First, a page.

We've received this information from the Department for Education, via Ucas. This is how the university as a whole has been rated for its quality of teaching: gold silver or bronze. Note, not all universities have taken part in the TEF.

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This information comes from the National Student Survey, an annual student survey of final-year students. You can use this to see how satisfied students studying this subject area at this university, are (not the individual course).

We calculate a mean rating of all responses to indicate whether this is high, medium or low compared to the same subject area at other universities.

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This information is from the Higher Education Statistics Agency (HESA).

You can use this to get an idea of who you might share a lecture with and how they progressed in this subject, here. It's also worth comparing typical A-level subjects and grades students achieved with the current course entry requirements; similarities or differences here could indicate how flexible (or not) a university might be.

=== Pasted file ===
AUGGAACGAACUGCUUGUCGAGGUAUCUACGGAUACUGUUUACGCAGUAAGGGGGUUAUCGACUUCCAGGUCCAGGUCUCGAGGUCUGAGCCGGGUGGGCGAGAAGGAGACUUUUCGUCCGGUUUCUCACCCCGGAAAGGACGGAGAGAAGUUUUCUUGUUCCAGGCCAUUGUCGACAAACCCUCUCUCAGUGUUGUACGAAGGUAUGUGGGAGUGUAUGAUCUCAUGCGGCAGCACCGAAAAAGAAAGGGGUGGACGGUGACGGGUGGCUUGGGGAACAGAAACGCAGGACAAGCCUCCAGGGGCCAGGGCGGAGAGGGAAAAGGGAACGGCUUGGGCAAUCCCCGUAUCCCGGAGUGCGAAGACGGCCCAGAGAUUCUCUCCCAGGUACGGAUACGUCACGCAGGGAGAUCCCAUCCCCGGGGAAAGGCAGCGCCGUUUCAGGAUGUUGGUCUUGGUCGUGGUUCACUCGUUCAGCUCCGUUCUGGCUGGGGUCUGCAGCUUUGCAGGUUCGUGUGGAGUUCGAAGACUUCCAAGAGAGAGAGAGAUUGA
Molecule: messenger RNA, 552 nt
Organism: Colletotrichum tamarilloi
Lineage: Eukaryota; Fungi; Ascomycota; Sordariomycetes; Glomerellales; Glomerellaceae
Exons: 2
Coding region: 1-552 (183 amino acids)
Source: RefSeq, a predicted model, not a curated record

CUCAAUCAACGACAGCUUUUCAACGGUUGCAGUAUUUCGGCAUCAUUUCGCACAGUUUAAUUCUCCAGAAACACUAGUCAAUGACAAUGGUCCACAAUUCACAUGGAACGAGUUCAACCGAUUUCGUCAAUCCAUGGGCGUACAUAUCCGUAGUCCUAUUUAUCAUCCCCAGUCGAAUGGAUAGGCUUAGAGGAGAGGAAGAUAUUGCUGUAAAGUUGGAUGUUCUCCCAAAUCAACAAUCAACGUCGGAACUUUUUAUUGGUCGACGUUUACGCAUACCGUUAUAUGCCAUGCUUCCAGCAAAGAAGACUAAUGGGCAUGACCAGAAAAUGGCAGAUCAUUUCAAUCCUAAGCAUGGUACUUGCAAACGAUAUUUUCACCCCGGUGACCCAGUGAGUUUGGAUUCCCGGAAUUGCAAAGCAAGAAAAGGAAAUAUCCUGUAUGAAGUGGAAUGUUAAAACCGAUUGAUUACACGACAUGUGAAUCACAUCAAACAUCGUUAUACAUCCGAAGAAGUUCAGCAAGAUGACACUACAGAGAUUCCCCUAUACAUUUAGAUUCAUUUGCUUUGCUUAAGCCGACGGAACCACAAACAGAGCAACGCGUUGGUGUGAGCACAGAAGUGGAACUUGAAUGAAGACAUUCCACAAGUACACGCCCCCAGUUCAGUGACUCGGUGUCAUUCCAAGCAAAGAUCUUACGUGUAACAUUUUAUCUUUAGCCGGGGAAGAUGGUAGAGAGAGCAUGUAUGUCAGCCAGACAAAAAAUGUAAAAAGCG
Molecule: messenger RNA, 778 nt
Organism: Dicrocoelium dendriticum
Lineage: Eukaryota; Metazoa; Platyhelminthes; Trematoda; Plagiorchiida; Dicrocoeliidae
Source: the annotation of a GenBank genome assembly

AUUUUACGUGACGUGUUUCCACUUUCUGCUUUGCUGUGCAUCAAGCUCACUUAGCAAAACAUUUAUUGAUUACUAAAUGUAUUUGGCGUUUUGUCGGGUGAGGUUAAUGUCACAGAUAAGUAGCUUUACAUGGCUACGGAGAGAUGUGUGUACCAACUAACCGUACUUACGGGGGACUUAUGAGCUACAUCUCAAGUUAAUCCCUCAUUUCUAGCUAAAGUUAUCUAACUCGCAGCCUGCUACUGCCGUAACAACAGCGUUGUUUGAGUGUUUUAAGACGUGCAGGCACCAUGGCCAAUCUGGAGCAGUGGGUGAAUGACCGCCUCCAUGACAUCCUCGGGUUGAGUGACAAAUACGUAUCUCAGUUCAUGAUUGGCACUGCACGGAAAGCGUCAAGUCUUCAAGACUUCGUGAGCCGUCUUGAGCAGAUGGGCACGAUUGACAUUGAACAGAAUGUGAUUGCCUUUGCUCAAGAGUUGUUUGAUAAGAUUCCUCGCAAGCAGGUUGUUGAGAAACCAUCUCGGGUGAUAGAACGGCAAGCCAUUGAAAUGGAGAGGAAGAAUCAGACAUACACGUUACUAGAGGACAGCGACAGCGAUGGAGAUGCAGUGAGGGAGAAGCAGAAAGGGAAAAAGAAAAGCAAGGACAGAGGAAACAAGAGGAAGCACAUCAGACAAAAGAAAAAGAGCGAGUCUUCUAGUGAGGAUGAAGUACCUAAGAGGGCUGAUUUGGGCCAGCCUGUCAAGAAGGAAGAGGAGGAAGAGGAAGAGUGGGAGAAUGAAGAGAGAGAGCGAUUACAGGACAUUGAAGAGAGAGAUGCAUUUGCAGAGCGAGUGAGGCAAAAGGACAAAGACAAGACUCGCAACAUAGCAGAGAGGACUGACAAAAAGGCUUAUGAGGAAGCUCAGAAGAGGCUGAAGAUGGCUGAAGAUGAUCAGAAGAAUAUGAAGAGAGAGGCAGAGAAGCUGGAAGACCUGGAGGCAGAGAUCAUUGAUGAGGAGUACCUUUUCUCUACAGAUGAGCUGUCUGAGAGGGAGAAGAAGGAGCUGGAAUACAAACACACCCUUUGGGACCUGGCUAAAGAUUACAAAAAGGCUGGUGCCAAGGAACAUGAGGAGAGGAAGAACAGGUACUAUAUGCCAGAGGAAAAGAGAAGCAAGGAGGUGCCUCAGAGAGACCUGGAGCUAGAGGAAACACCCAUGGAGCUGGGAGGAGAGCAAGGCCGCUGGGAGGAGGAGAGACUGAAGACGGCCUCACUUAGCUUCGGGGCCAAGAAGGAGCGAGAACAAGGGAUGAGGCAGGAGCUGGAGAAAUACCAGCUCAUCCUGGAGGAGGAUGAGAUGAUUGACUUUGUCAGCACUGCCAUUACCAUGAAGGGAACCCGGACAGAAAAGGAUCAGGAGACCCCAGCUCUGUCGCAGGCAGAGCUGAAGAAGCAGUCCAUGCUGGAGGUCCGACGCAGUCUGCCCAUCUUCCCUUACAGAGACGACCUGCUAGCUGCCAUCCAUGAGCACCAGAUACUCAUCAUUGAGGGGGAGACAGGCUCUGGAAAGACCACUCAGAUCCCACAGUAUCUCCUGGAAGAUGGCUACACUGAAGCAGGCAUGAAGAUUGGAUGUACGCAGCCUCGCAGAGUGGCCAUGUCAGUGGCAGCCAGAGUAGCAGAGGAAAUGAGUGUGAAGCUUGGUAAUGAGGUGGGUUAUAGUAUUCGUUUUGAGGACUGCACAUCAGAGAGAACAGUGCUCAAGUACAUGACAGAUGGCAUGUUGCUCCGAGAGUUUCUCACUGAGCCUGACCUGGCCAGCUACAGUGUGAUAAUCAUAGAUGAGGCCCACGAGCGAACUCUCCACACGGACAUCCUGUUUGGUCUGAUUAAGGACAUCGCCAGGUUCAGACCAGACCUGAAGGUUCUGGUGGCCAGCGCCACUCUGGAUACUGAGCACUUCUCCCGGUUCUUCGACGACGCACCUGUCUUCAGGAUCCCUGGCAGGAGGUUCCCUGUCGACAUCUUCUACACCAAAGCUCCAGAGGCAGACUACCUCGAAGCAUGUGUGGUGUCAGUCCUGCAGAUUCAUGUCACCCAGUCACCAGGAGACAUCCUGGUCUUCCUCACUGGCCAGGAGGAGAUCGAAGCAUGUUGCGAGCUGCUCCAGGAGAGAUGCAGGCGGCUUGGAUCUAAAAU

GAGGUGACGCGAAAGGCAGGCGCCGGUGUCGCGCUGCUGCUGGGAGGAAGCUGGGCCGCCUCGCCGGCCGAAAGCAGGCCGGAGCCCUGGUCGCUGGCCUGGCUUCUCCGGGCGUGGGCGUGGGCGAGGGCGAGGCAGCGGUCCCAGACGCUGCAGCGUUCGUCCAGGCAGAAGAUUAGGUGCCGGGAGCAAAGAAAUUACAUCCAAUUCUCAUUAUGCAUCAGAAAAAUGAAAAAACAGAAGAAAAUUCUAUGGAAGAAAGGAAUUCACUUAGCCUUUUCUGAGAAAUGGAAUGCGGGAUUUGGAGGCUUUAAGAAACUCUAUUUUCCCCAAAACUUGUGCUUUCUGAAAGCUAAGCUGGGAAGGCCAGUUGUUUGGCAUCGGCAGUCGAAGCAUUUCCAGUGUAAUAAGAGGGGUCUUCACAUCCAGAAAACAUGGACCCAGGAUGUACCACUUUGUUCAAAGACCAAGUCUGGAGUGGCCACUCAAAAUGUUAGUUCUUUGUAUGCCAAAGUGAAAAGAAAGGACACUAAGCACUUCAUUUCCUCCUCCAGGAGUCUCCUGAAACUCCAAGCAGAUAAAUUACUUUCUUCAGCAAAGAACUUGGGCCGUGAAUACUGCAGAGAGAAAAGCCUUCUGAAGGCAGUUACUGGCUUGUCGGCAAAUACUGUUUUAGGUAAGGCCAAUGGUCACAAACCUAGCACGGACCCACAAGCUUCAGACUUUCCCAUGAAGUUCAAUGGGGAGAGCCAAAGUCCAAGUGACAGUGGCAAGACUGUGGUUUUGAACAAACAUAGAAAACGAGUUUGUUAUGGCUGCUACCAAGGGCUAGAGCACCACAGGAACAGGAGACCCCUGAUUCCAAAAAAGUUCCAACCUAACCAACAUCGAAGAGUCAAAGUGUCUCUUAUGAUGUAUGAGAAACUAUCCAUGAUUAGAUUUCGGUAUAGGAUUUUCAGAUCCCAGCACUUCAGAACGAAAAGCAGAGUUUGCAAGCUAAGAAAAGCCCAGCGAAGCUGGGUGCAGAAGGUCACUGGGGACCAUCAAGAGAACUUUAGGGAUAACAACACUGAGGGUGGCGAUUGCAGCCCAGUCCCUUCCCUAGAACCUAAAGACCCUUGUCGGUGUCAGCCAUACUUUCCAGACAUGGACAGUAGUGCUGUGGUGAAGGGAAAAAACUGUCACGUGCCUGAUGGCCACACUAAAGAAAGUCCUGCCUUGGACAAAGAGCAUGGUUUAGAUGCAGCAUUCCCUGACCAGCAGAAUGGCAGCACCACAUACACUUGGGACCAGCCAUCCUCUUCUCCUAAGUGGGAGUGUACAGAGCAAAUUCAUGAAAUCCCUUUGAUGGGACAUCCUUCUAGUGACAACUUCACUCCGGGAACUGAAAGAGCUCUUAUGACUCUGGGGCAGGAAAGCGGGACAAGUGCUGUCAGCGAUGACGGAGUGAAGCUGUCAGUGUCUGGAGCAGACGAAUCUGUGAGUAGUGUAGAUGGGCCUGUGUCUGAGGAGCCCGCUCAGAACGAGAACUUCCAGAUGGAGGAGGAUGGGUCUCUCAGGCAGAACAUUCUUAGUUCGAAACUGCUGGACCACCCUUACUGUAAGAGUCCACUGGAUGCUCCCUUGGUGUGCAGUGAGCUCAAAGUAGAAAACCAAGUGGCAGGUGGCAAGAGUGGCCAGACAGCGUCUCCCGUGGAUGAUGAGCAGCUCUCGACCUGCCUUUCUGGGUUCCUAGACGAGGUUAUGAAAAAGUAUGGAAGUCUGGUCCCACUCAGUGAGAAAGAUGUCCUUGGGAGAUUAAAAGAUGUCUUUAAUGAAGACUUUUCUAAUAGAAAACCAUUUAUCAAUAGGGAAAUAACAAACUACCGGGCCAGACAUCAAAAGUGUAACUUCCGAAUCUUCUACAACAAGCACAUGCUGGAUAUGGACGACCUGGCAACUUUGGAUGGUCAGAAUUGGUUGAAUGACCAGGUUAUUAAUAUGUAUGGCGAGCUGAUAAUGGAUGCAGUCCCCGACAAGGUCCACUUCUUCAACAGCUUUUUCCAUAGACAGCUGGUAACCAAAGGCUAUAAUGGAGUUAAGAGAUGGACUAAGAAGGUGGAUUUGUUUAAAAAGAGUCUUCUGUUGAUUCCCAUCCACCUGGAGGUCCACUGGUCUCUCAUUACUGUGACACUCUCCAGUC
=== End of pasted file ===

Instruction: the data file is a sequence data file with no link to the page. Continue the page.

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Post-six month graduation stats:

This is from the Destinations of Leavers from Higher Education Survey, based on responses from graduates who studied the same subject area here.

It offers a snapshot of what grads went on to do six months later, what they were earning on average, and whether they felt their degree helped them obtain a 'graduate role'. We calculate a mean rating to indicate if this is high, medium or low compared to other universities.

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Graduate field commentary:

The Higher Education Careers Services Unit have provided some further context for all graduates in this subject area, including details that numbers alone might not show

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The Longitudinal Educational Outcomes dataset combines HRMC earnings data with student records from the Higher Education Statistics Agency.

While there are lots of factors at play when it comes to your future earnings, use this as a rough timeline of what graduates in this subject area were earning on average one, three and five years later. Can you see a steady increase in salary, or did grads need some experience under their belt before seeing a nice bump up in their pay packet?